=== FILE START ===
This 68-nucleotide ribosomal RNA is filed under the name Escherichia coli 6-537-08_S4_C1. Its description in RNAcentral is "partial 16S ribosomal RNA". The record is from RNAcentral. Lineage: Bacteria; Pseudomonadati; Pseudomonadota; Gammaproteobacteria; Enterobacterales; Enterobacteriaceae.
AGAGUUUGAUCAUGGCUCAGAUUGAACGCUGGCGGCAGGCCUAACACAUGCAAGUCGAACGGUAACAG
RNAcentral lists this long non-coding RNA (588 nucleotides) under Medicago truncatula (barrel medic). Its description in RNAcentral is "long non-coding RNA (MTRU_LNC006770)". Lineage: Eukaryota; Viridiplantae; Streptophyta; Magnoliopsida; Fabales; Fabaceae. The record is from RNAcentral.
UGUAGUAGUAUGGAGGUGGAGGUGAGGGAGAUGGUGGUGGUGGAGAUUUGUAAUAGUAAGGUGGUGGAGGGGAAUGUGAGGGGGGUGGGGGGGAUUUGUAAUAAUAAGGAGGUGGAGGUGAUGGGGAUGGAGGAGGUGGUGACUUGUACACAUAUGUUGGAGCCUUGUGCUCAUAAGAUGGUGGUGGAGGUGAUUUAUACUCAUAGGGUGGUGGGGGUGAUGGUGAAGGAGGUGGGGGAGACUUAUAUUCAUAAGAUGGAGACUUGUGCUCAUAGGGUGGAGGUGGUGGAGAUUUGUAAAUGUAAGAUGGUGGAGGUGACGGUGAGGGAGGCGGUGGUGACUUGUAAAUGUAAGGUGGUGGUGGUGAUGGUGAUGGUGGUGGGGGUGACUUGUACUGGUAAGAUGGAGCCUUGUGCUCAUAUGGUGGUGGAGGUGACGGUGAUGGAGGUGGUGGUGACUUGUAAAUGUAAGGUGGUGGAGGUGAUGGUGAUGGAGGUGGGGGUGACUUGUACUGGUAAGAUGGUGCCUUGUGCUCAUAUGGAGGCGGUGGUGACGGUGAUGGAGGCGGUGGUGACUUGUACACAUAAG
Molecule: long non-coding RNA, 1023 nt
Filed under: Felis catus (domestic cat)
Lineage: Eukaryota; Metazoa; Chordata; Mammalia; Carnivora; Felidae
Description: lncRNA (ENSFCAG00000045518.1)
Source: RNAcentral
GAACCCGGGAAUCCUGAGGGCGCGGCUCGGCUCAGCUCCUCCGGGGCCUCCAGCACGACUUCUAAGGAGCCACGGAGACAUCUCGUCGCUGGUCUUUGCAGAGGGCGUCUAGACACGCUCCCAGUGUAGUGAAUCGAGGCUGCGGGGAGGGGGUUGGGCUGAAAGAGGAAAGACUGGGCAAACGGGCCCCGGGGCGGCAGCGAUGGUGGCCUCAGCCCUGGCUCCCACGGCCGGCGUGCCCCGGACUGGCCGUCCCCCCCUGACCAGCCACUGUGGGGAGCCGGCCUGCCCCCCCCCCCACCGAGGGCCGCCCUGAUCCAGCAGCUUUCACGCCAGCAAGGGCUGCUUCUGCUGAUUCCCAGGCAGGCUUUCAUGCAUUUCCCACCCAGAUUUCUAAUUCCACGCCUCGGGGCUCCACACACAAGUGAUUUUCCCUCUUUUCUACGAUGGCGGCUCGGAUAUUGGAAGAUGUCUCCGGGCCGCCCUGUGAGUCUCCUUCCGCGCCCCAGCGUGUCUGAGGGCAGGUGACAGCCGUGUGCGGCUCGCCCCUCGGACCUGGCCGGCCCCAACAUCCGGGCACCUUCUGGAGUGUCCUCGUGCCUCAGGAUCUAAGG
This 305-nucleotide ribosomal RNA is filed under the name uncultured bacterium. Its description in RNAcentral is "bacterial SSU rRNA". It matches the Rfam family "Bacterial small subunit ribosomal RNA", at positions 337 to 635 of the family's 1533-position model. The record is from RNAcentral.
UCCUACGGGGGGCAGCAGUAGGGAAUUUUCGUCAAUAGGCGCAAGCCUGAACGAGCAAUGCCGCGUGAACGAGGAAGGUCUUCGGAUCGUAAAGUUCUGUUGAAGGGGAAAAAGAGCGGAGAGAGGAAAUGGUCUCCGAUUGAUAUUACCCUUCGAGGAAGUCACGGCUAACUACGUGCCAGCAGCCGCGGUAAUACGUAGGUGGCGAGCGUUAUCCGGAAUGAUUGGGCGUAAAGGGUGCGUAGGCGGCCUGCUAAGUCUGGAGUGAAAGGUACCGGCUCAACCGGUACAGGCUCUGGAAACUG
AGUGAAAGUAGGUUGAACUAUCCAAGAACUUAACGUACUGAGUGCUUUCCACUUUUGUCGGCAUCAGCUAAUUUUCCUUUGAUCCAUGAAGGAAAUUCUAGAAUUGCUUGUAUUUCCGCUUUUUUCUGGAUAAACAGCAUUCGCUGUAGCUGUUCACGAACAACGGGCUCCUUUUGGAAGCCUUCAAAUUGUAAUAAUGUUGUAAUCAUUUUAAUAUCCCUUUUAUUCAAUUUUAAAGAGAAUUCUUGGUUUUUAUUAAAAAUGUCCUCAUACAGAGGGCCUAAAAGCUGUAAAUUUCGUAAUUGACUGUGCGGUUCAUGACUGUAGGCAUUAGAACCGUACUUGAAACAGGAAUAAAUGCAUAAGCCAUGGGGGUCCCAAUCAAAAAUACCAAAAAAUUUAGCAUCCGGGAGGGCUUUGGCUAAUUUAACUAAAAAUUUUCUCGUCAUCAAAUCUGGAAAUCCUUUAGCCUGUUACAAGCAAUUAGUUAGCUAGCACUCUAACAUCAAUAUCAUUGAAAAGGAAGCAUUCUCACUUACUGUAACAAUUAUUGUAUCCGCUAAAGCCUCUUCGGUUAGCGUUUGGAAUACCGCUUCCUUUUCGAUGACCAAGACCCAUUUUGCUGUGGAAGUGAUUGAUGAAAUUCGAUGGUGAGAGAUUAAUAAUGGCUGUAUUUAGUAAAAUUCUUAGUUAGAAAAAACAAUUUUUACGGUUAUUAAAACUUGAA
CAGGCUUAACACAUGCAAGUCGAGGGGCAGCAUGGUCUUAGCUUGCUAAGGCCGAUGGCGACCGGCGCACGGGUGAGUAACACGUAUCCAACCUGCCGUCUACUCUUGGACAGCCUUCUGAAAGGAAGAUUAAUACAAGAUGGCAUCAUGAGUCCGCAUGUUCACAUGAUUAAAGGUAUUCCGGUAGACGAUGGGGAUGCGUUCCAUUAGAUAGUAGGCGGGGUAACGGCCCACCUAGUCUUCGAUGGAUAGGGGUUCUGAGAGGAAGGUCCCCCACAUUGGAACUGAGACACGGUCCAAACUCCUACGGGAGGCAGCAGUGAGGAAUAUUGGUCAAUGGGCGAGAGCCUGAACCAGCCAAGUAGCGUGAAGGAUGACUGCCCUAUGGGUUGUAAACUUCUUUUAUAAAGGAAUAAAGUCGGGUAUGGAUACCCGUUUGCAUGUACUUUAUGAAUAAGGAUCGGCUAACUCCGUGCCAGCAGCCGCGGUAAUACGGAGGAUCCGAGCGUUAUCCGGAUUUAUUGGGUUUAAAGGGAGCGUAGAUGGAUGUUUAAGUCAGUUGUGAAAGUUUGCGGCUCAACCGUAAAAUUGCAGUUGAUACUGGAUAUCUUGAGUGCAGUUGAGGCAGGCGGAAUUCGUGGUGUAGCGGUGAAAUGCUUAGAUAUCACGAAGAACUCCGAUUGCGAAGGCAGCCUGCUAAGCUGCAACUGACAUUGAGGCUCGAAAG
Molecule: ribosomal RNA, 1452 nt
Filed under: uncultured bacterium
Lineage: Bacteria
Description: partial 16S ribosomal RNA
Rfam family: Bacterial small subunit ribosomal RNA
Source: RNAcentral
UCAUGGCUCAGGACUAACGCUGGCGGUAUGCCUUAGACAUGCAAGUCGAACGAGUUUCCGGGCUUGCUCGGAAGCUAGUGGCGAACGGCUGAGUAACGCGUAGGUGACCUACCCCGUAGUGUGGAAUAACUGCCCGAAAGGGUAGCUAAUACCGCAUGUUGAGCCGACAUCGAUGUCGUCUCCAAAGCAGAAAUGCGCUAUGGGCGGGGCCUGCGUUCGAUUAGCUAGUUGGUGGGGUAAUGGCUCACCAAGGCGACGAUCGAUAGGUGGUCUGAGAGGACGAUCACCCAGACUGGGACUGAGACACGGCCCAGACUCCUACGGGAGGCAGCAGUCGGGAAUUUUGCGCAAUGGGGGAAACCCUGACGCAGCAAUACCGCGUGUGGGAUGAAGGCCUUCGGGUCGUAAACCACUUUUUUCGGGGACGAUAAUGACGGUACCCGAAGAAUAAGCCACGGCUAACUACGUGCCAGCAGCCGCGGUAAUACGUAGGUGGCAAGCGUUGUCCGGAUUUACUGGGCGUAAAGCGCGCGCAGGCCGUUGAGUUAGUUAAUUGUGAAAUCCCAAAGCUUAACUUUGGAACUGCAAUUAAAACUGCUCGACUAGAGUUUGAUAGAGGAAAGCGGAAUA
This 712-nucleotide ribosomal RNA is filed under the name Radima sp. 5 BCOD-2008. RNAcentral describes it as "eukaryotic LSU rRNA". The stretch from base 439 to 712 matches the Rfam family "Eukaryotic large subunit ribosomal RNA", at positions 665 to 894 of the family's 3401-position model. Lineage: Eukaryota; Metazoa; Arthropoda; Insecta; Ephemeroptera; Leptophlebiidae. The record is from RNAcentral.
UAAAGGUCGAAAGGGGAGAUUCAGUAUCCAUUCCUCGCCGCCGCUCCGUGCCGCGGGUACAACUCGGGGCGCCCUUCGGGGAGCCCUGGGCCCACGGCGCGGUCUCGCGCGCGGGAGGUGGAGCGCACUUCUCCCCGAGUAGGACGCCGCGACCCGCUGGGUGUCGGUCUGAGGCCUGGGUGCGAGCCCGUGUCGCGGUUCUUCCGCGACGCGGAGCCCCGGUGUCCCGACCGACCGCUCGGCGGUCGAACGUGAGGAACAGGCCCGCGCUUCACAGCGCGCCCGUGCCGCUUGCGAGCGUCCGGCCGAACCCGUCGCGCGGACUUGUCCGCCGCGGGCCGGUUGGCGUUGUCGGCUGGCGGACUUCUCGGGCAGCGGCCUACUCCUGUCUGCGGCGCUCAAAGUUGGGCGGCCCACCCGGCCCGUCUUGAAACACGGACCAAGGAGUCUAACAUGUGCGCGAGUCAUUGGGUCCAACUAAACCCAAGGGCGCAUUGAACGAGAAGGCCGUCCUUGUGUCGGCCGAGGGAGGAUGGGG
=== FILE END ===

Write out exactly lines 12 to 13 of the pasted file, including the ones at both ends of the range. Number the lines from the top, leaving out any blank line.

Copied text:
UCCUACGGGGGGCAGCAGUAGGGAAUUUUCGUCAAUAGGCGCAAGCCUGAACGAGCAAUGCCGCGUGAACGAGGAAGGUCUUCGGAUCGUAAAGUUCUGUUGAAGGGGAAAAAGAGCGGAGAGAGGAAAUGGUCUCCGAUUGAUAUUACCCUUCGAGGAAGUCACGGCUAACUACGUGCCAGCAGCCGCGGUAAUACGUAGGUGGCGAGCGUUAUCCGGAAUGAUUGGGCGUAAAGGGUGCGUAGGCGGCCUGCUAAGUCUGGAGUGAAAGGUACCGGCUCAACCGGUACAGGCUCUGGAAACUG
AGUGAAAGUAGGUUGAACUAUCCAAGAACUUAACGUACUGAGUGCUUUCCACUUUUGUCGGCAUCAGCUAAUUUUCCUUUGAUCCAUGAAGGAAAUUCUAGAAUUGCUUGUAUUUCCGCUUUUUUCUGGAUAAACAGCAUUCGCUGUAGCUGUUCACGAACAACGGGCUCCUUUUGGAAGCCUUCAAAUUGUAAUAAUGUUGUAAUCAUUUUAAUAUCCCUUUUAUUCAAUUUUAAAGAGAAUUCUUGGUUUUUAUUAAAAAUGUCCUCAUACAGAGGGCCUAAAAGCUGUAAAUUUCGUAAUUGACUGUGCGGUUCAUGACUGUAGGCAUUAGAACCGUACUUGAAACAGGAAUAAAUGCAUAAGCCAUGGGGGUCCCAAUCAAAAAUACCAAAAAAUUUAGCAUCCGGGAGGGCUUUGGCUAAUUUAACUAAAAAUUUUCUCGUCAUCAAAUCUGGAAAUCCUUUAGCCUGUUACAAGCAAUUAGUUAGCUAGCACUCUAACAUCAAUAUCAUUGAAAAGGAAGCAUUCUCACUUACUGUAACAAUUAUUGUAUCCGCUAAAGCCUCUUCGGUUAGCGUUUGGAAUACCGCUUCCUUUUCGAUGACCAAGACCCAUUUUGCUGUGGAAGUGAUUGAUGAAAUUCGAUGGUGAGAGAUUAAUAAUGGCUGUAUUUAGUAAAAUUCUUAGUUAGAAAAAACAAUUUUUACGGUUAUUAAAACUUGAA